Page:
Saturday, January 16, 2016

Ghosts and projections, in Wazir and other films

[My latest Mint Lounge film column]

If you haven’t watched Bejoy Nambiar’s Wazir yet and intend to, you may want to skip this column for now. (I’m not convinced a spoiler alert is really needed, but possibly I’m overestimating your deductive skills.)

At the halfway point, the title character – a goon hired by a minister to strong-arm people – makes his showy appearance. Or… he doesn’t. Because we subsequently learn that Wazir never existed: he was fabricated by master strategist Omkarnath Dhar (Amitabh Bachchan) as part of a convoluted, and very improbable, revenge plan. In the flashback that accompanied Omkarnath’s story about being attacked late at night, we saw Wazir all right (and gawped at Neil Nitin Mukesh’s scenery-chewing in the role), but now it turns out that the whole scene was a lie. Which means that in a sense, our eyes – with the movie camera as their guiding spirit – had played us false.

The scene got me thinking about other such sequences – where we are shown a person who doesn’t exist, or an incident that never took place – and to what degree they might be said to have misled the viewer. After all, film is a powerful and persuasive medium; once you have seen something on a screen, it is difficult to “un-see” it.

The conundrum of the unreliable flashback, for instance, goes back a long way. In 1950, Alfred Hitchcock’s Stage Fright earned some notoriety for a flashback scene that turned out to be a murderer’s false account. While many viewers and critics felt cheated (and Hitchcock himself conceded the point during an interview with Francois Truffaut), defenders of the film felt the device was justifiable: when a person creates a cover-up story, he internalises his own lies, and that is what the viewers were shown in this case.

The construction or framing of a scene can make a difference. In a film I otherwise enjoyed a great deal, Sujoy Ghosh’s 2012 Kahaani, I had a slight issue with the scenes where Vidya Bagchi (Vidya Balan) tells the police about her missing husband Arnab. As she relates her story, we see glimpses of them together in a happy past, but it later turns out that the man we saw in those supposed flashbacks was not her husband but her quarry. Friends have assured me that the scenes represent the images in the minds of the policemen listening to Vidya’s kahaani (she has shown them a photo of the wrong man), but I’m not convinced: the shots in question are bookended by close-ups of Vidya looking misty-eyed, which to me indicates that they are meant to be her memories. And if that is so, the film is pulling a fast one on us.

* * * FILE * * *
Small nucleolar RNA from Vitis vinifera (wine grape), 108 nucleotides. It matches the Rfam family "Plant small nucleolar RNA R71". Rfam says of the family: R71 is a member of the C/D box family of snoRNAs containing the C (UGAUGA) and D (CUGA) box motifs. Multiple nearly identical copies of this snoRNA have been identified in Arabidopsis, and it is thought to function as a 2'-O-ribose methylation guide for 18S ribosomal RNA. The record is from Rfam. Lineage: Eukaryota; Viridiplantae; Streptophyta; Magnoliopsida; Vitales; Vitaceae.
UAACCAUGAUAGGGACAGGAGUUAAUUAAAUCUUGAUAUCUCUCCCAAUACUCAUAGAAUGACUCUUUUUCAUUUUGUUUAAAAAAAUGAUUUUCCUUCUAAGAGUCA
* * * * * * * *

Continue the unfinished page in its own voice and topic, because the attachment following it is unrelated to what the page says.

Normally, when we see a character on screen, we take his or her reality – within the given context – at face value. There are exceptions to the rule – when watching a supernatural story, for example, our scepticism meter is set high. But even in such cases it is possible to be fooled. M Night Shyamalan’s The Sixth Sense was an overrated film in some ways, but its first viewers will never forget the shock of realizing that Bruce Willis’s Dr Malcolm was a ghost; never mind that “I see dead people” was the film’s most famous line. One of the tricks – deceits? – used here was that Malcolm always looked normal, while the other ghosts shown in the film telegraphed their spectral state from miles away, being pale or otherworldly, or still carrying their death-wounds.

What about when a seemingly realistic narrative takes a sudden right turn to reveal a supernatural element? One recent example was in Reema Kagti’s Talaash (2012), a police procedural which builds to the revelation that the Kareena Kapoor character Rosie isn’t just an informer who keeps showing up to aid Inspector Surjan (Aamir Khan) – she is from another dimension altogether. The impact of this reveal depends on the viewer being kept away from the possibility that Talaash could have anything “magical” in it – the narrative structure and characterisations establish it as a grounded, real-world story, and the pre-publicity didn’t hint at anything else. Which was a clever ploy, but it also accounts for the annoyed reactions by people who felt the filmmakers had stepped outside the internal logic of their own story.

Of course, a reviewer who wants to justify a movie’s choices can always turn to the life-jacket of subtextual analysis. Thinking about the introduction scene of arch-villain “Wazir”, it struck me that Mukesh’s performance had a touch of Cheshire Cat about it (he even looks like he is suspended in mid-air at one point, a broad grin plastered on his face) – perhaps this was the film’s way of telling us we were in Wonderland, so don’t take anything at face value. Or maybe it was just poor acting and writing after all.

[An old post about Kahaani is here - with a long and intriguing comments discussion]


  1. So a few years back, when I still had some time and energy left over in a weekend, I used to watch the recordings of this TV serial called "Adaalat" which had (or is it still on?) Ronit Roy as lawyer K D Pathak who doubled up as a detective in order to bring criminals to justice. That show had a lot of such scenes, in which we see the scenes as the witnesses describe them - sometimes truthfully, sometimes not. It took me a couple of episodes to get used to, but had no issues.

    I also had no issues with Kahaani. Did not feel a sense of being betrayed.

    I actually had a problem with "The murder of Roger Ackroyd", but soon learnt to forgive the author :).

  2. Interesting story of this movie and I will watch it later.